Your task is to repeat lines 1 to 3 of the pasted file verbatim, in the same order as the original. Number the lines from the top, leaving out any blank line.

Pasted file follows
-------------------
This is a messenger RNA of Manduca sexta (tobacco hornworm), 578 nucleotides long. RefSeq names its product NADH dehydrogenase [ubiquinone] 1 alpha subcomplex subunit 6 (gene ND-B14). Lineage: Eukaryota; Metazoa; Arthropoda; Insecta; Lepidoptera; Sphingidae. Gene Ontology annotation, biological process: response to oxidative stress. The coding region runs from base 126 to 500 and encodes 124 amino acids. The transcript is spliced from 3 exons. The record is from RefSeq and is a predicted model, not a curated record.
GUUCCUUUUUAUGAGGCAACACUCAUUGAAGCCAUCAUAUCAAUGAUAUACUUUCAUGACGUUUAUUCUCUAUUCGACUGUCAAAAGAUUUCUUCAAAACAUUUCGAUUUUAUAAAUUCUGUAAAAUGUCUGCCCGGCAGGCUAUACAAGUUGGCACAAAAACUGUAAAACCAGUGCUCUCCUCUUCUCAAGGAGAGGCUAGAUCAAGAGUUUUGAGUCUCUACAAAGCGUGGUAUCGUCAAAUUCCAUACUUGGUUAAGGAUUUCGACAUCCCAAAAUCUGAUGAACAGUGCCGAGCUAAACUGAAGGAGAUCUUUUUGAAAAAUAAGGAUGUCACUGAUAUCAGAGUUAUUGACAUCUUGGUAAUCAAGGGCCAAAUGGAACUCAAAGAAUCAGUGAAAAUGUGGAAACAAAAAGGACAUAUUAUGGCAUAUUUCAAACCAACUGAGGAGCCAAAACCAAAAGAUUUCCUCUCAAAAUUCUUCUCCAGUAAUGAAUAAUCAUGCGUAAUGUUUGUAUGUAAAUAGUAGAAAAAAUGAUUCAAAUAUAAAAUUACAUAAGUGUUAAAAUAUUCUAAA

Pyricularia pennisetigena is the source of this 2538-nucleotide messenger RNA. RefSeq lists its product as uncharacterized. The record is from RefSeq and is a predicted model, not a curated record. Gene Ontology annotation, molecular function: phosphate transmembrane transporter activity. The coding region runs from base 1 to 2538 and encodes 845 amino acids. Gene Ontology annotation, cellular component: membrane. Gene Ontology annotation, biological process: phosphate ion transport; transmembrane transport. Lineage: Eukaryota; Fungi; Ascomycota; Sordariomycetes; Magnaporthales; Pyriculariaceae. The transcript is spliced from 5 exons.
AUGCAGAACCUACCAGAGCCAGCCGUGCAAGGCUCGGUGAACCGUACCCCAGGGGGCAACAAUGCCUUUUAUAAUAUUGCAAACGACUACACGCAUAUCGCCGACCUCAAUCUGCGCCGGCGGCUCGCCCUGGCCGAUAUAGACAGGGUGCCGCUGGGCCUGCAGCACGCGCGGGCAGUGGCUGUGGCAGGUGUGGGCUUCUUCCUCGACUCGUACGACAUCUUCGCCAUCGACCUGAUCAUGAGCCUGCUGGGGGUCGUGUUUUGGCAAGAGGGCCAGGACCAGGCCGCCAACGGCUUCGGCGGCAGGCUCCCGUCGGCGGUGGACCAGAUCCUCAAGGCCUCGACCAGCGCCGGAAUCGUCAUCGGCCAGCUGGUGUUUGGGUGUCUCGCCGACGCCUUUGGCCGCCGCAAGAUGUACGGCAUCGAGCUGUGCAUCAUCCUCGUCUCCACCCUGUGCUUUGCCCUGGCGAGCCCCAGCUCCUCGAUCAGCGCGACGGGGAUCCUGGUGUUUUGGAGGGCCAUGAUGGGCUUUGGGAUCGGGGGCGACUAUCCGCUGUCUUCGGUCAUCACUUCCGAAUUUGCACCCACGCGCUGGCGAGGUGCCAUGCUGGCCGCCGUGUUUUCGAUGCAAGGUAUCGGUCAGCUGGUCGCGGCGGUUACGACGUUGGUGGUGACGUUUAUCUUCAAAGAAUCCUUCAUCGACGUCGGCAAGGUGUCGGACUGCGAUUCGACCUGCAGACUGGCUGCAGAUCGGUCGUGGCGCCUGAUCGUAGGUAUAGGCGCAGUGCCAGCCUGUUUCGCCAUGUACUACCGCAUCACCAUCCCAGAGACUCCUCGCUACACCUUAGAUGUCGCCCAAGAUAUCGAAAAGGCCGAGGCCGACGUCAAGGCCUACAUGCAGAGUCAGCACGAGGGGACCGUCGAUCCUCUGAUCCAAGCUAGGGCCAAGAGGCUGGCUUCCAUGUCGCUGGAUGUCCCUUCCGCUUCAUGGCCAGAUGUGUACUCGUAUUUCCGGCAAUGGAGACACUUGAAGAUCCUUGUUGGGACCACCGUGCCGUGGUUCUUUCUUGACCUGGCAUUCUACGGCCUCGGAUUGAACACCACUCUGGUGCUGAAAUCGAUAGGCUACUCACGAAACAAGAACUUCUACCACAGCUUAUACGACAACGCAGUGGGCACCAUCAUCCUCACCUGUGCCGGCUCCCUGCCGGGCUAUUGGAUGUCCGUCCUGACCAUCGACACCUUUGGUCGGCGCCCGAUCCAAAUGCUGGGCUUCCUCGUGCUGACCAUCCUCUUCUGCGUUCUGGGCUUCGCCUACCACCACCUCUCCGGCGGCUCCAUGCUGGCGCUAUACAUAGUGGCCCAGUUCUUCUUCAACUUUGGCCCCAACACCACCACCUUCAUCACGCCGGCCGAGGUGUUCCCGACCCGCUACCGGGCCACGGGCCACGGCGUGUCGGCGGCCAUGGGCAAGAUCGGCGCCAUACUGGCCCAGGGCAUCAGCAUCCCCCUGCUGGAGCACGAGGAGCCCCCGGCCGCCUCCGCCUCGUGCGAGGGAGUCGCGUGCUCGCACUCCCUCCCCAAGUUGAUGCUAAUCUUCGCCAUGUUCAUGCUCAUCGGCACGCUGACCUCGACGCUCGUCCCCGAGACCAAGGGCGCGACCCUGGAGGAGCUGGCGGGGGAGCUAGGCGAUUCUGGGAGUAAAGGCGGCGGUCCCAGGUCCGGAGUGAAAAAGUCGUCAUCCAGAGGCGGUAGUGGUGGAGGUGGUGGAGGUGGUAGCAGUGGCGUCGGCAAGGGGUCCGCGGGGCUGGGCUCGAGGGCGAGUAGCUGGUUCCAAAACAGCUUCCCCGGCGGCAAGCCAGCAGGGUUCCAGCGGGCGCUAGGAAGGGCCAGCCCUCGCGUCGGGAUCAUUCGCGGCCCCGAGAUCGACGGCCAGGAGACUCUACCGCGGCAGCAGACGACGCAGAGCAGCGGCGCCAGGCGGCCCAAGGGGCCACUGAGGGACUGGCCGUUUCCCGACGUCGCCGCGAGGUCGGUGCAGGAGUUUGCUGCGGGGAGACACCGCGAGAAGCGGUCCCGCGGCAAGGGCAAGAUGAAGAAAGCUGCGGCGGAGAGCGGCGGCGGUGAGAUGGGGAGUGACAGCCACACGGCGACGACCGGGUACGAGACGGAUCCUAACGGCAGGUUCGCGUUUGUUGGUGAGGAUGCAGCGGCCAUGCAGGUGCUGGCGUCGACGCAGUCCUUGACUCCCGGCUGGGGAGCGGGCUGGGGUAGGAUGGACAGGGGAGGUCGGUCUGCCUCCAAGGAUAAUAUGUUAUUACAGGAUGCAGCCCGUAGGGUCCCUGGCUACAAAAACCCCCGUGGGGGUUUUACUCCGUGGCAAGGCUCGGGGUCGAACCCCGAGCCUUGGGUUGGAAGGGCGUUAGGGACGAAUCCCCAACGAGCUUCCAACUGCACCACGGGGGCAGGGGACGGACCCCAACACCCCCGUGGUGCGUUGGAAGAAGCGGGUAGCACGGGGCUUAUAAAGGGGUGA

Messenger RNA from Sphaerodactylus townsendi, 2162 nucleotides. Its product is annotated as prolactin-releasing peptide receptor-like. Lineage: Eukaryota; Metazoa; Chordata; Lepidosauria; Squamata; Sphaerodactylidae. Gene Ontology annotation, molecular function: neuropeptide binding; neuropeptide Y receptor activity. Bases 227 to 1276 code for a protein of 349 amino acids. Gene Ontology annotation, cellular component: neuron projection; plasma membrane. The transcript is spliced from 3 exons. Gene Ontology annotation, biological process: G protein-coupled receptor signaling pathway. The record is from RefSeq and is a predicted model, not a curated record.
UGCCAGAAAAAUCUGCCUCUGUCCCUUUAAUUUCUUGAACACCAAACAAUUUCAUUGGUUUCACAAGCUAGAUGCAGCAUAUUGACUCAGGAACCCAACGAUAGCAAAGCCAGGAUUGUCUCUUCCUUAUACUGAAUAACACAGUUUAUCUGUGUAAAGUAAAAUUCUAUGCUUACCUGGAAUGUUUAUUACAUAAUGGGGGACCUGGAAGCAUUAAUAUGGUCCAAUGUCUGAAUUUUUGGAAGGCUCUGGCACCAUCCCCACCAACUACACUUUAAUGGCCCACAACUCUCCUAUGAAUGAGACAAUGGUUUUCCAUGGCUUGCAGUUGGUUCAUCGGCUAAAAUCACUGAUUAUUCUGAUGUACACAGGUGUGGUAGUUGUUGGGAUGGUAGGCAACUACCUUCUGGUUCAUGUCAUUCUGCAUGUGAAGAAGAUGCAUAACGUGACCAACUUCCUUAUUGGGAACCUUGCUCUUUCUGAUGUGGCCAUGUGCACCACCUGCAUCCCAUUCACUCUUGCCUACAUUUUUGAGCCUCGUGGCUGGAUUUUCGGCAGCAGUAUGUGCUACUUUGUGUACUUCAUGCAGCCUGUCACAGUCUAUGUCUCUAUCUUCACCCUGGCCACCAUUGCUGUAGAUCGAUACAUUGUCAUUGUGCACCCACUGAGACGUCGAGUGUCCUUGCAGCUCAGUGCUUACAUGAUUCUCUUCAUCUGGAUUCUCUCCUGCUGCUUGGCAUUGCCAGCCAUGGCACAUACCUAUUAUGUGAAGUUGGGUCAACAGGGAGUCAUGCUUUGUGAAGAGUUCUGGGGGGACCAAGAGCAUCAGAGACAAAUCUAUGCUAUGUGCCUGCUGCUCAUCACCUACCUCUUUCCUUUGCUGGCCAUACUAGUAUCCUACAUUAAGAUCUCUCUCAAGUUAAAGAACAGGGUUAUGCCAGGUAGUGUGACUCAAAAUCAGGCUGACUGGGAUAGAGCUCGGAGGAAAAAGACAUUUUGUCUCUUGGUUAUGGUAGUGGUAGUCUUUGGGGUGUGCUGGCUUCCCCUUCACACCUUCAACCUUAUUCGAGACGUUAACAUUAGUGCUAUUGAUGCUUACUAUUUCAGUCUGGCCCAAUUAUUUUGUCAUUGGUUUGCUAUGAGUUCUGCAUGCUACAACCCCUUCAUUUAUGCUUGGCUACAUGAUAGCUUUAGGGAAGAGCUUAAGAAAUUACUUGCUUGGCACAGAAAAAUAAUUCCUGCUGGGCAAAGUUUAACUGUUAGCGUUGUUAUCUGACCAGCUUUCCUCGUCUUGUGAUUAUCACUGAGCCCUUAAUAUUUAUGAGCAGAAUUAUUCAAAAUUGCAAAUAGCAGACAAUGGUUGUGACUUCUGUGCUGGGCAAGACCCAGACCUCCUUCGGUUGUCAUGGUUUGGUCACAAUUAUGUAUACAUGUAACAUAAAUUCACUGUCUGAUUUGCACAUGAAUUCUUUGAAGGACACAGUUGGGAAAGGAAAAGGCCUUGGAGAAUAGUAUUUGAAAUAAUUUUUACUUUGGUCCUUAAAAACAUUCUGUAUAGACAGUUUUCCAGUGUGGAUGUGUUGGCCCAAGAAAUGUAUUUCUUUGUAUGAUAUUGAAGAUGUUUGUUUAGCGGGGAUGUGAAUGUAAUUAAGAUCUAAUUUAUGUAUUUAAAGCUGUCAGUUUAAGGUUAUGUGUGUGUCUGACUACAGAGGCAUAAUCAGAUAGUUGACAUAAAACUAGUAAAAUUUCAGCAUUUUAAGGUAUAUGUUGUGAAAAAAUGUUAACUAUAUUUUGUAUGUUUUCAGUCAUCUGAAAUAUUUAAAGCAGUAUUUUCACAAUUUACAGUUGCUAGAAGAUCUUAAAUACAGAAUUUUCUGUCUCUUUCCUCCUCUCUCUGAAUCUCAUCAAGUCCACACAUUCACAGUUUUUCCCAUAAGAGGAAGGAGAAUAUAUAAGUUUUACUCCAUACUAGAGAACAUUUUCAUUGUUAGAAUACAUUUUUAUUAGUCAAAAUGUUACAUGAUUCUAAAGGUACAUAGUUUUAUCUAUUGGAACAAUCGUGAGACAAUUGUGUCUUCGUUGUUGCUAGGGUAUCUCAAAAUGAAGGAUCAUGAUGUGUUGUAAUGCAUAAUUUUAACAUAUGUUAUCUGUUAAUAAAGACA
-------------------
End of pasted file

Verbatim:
This is a messenger RNA of Manduca sexta (tobacco hornworm), 578 nucleotides long. RefSeq names its product NADH dehydrogenase [ubiquinone] 1 alpha subcomplex subunit 6 (gene ND-B14). Lineage: Eukaryota; Metazoa; Arthropoda; Insecta; Lepidoptera; Sphingidae. Gene Ontology annotation, biological process: response to oxidative stress. The coding region runs from base 126 to 500 and encodes 124 amino acids. The transcript is spliced from 3 exons. The record is from RefSeq and is a predicted model, not a curated record.
GUUCCUUUUUAUGAGGCAACACUCAUUGAAGCCAUCAUAUCAAUGAUAUACUUUCAUGACGUUUAUUCUCUAUUCGACUGUCAAAAGAUUUCUUCAAAACAUUUCGAUUUUAUAAAUUCUGUAAAAUGUCUGCCCGGCAGGCUAUACAAGUUGGCACAAAAACUGUAAAACCAGUGCUCUCCUCUUCUCAAGGAGAGGCUAGAUCAAGAGUUUUGAGUCUCUACAAAGCGUGGUAUCGUCAAAUUCCAUACUUGGUUAAGGAUUUCGACAUCCCAAAAUCUGAUGAACAGUGCCGAGCUAAACUGAAGGAGAUCUUUUUGAAAAAUAAGGAUGUCACUGAUAUCAGAGUUAUUGACAUCUUGGUAAUCAAGGGCCAAAUGGAACUCAAAGAAUCAGUGAAAAUGUGGAAACAAAAAGGACAUAUUAUGGCAUAUUUCAAACCAACUGAGGAGCCAAAACCAAAAGAUUUCCUCUCAAAAUUCUUCUCCAGUAAUGAAUAAUCAUGCGUAAUGUUUGUAUGUAAAUAGUAGAAAAAAUGAUUCAAAUAUAAAAUUACAUAAGUGUUAAAAUAUUCUAAA

Pyricularia pennisetigena is the source of this 2538-nucleotide messenger RNA. RefSeq lists its product as uncharacterized. The record is from RefSeq and is a predicted model, not a curated record. Gene Ontology annotation, molecular function: phosphate transmembrane transporter activity. The coding region runs from base 1 to 2538 and encodes 845 amino acids. Gene Ontology annotation, cellular component: membrane. Gene Ontology annotation, biological process: phosphate ion transport; transmembrane transport. Lineage: Eukaryota; Fungi; Ascomycota; Sordariomycetes; Magnaporthales; Pyriculariaceae. The transcript is spliced from 5 exons.